2001: A Space Odyssey Summary
Early in its making, Clarke had said, "If this film can be completely understood, then we have failed," and his third law of science fiction states, "Any sufficiently advanced technology is indistinguishable from magic." Yet the novel explains a good deal of the climactic transformation. The transcendence of the novel, much more than that of the film or of Childhood's End (1953), remains within an explicable science.
The themes of the novel share this ambivalence. Like the film the novel concerns aggression, but Moon-Watcher does not learn target practice, only to kill. Several times sighting involves either a telescope or a radio antenna; the monolith on the Moon is centered, both in Tycho and in its magnetic field.
Thus the novel suggests that aggression and communication function together, each incomplete without the other. Society arises from their fusion.
A major theme, therefore, as in Childhood's End and The...
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The 2001: A Space Odyssey Study Pack contains about 141 pages of study material in 16 products, including:
2001 Short Guide
Encyclopedia Articles (1)
1,293 words, approx. 5 pages
2001: a Space Odyssey
In 1964 film director Stanley Kubrick approached science fiction writer Arthur C. Clarke seeking a plot for "the proverbial good
science fiction movie." They worked...
Stanley Kubrick Biographies (3)
2,165 words, approx. 8 pages
Although he first won acclaim for films he made during the 1950s such as Spartacus and Lolita, director Stanley Kubrick (1928-1999) is best known for his later work, including Dr. Strangelove, 2001: A...
6,586 words, approx. 22 pages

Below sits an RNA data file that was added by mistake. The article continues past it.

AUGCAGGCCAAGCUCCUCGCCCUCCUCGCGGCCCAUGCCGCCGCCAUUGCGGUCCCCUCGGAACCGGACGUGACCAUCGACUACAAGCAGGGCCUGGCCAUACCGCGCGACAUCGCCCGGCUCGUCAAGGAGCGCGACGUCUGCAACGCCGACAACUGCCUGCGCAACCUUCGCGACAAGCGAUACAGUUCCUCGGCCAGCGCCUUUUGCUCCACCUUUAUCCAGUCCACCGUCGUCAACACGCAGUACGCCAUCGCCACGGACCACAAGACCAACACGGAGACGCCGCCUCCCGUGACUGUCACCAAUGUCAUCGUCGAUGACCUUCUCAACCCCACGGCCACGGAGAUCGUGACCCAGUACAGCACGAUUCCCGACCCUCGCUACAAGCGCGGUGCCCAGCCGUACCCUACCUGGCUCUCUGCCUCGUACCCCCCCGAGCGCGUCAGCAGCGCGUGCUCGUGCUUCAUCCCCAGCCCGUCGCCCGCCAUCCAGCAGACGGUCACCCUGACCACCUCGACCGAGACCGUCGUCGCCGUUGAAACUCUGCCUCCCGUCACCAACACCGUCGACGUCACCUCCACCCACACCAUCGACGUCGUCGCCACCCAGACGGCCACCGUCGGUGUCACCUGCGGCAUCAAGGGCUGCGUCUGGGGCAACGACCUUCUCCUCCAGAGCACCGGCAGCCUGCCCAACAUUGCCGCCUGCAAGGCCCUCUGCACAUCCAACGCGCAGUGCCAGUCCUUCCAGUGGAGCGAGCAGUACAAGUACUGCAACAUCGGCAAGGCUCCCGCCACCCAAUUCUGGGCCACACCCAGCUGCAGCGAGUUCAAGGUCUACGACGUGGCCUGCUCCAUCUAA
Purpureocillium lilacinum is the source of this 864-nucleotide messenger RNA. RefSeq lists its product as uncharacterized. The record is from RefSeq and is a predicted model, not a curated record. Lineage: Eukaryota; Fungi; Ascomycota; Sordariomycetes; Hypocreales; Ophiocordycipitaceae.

In a career spanning nearly half a century, a director might be expected to create one or perhaps two memorable films. However, by the time of his death in 1999, screenwriter-director Stanley Kubrick ...
3,440 words, approx. 12 pages
Stanley Kubrick is an exceptional filmmaker whose control over his films is so complete that it extends from the supervision of every production detail to the planning of elaborate advertising and dis...
Essays & Analysis (10)
406 words, approx. 2 pages
Critical Essay by Stanley Kauffmann
Stanley Kubrick's 2001: A Space Odyssey took five years and $10 million to make, and it's easy to see where the time and the money have gone. It...
293 words, approx. 1 pages
Critical Essay by Tim Hunter, with Stephen Kaplan and Peter Jaszi
As a film about progress—physical, social, and technological—Stanley Kubrick's huge and provocative 2001: A Space...
576 words, approx. 2 pages
Critical Essay by Elie Flatto
Essentially, the space-odyssey described in 2001 represents, I believe, Man's eternal quest for spiritual meaning and self-renewal. Man, as such, seems to have com...
1,406 words, approx. 5 pages
In the following essay, Strick traces the origins and development of Kubrick's 2001.
In March 1964, Arthur C. Clarke was contacted at his home in Sri Lanka by Stanley Kubrick, who wanted to mak...
6,180 words, approx. 21 pages
In the following essay, Shelton maintains that Arthur C. Clarke's sequel to 2001—2010: Odyssey Two—is integral to understanding Kubrick's film as well as Peter Hyams'...
5,728 words, approx. 20 pages
In the following essay, DeBellis asserts that John Updike's references to 2001 in Rabbit Redux underlines the major thematic concerns in the novel.
“The power of the cinema, the awful po...
7,922 words, approx. 27 pages
In the following essay, Miller surveys the major themes of 2001.
2001: a Space Odyssey Synopsis
The prehistoric past. A small tribe of apemen lives on a rocky hillside, in constant terror of neighbour...
6,345 words, approx. 22 pages
In the following essay, Pielke surveys the defining characters of science fiction films by comparing the popular movies Star Wars and 2001.
Those with even the barest knowledge about the “movie...
1,254 words, approx. 5 pages
Space Odyssey 2001 fits the definition of an epic. An epic can be defined as "a long narrative in elevated style presenting characters of high position in adventures important to the history and ident...
693 words, approx. 3 pages
2001: A Space Odyssey is just that: a long wandering voyage of the body and mind. Stanley Kubrick and Arthur C. Clark collaborated brilliantly. In examining both works, the film and the novel, there a...